Pose of the Week – Know Your Hip Motion Limits for Hip Preservation In Yoga

Today’s pose of the week is about how to know your hip motion limits for hip preservation in yoga. In short, it’s about hip preservation over hip opening, folks. I want to teach you how to know your hip range of motion boundaries through to beginning to understand how to screen your own hip morphology. 

Why is this important? It will help you know what your healthy hip motion should be in yoga poses, and all movement! Let me explain…

Determining Your Hip Motion Limits 

There are multiple types of angles that are important to measure in the hip and pelvis, some of those include acetabular version, lateral-central edge angle, and others. But for this post, we are going to single out femoral version angles, because in the literature they correlate to available range of motion when compared to CT scans (which is important, because you want your clinical tests to be confirmed reliable and valid when compared against gold standard diagnostic testing and surgery).

The most easily accessible screen to understand your hip motion limits, without invasive diagnostic testing, is called the Femoral Version Screen, otherwise known as the Craig Test. There are 2 types of femoral version:

  • Femoral Anteversion
  • Femoral Retroversion
Know Your Hip Motion Limits for Hip Preservation in Yoga - Dr. Ginger Garner

Femoral Version: Why It Matters for Hip Preservation

Have a look at the illustration below (Figure 4.25) from my text yoga in rehabilitation. In the figure, you can see a person lying on their stomach (prone-lying) with their knee bent (flexed) to approximately 90 degrees. A measurement is taken by palpating (touching) the greater trochanter (the part of the hip you can feel from the side of your pelvis) and centering it up in the middle of the upper thigh by internally and externally rotating the femur until the “centered” position is achieved.

The angle you see, as is demonstrated in the photograph, is called the femoral version angle and can be taken with a digital or manual goniometer from the vertical axis of the tibia or a horizontal level line drawn between the two distal femoral condyles. A “normal” range for femoral anteversion, which is what the normal hip needs, is between 8-15 degrees from the vertical, where the femur is slightly internally rotated. Anything above that measurement (greater than 15 degrees), is considered excessive femoral anteversion, and anything less than roughly 8-15 degrees (I typically use 15 degrees as a cutoff) is considered femoral retroversion.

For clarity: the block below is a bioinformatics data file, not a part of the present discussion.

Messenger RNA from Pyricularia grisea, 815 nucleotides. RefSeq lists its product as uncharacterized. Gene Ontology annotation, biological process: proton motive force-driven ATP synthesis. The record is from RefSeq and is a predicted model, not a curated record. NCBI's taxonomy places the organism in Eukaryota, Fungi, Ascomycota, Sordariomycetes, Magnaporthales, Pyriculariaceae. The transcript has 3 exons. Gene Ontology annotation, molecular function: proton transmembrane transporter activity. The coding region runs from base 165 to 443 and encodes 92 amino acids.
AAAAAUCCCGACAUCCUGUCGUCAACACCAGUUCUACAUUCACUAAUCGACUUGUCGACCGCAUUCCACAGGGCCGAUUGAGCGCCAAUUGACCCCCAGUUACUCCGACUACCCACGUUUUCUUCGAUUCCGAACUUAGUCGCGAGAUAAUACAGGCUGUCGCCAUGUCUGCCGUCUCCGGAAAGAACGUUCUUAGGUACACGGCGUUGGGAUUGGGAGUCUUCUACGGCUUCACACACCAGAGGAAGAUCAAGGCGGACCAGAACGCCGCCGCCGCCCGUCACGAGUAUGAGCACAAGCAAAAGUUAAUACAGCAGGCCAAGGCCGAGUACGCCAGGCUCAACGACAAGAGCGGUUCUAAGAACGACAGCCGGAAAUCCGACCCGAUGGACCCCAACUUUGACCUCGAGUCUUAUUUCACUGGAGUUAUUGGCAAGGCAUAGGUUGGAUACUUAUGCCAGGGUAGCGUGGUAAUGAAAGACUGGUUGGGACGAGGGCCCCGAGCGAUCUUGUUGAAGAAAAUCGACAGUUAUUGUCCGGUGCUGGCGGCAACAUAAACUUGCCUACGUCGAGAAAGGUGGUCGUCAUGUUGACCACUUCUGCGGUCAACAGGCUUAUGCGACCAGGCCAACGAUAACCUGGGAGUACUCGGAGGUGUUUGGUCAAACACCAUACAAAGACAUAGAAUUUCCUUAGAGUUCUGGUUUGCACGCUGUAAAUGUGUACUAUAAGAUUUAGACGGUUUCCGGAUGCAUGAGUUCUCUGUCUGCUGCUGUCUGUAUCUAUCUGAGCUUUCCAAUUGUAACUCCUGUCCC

Femoral Version Screen, Ginger Garner

Seem complicated?

Watch my Femoral Version Screen Test below, which will make it far easier to understand. In it I demonstrate two variations on how to pull an accurate measurement.

Femoral Version Determines How Far You Should Go in Yoga Postures

It means that, through CT scan studies, femoral version can be correlated with a loss of normal physiological osteokinematic range of motion. That is to say, if a person is found to have excessive femoral anteversion, he or she will likely have limited external rotation. If a person has femoral retroversion (any amount is considered excessive) then she or he will have limited internal rotation. This has profound implications for the practice and prescription of yoga, whether when used by a yoga teacher, yoga therapist, or healthcare provider in clinical or wellness practice.

Your Hip Motion Limits dictate Protection, Performance, & Hip Preservation in Yoga

Nobody wants a hip replacement under any circumstances, but it is especially heartbreaking when you need a hip replacement due to pushing yourself too far in yoga postures for years, or decades. Some of my good friends and colleagues in the yoga world, like Jill Miller, for example, can attest to how important it is to honor your hip range limitations. Jill has suffered through the pain of premature aging and joint degeneration in the hip due to decades of extreme yoga posture practice. But it isn’t her fault. She has boldly shared her story and journey through recovery, and I applaud her for it.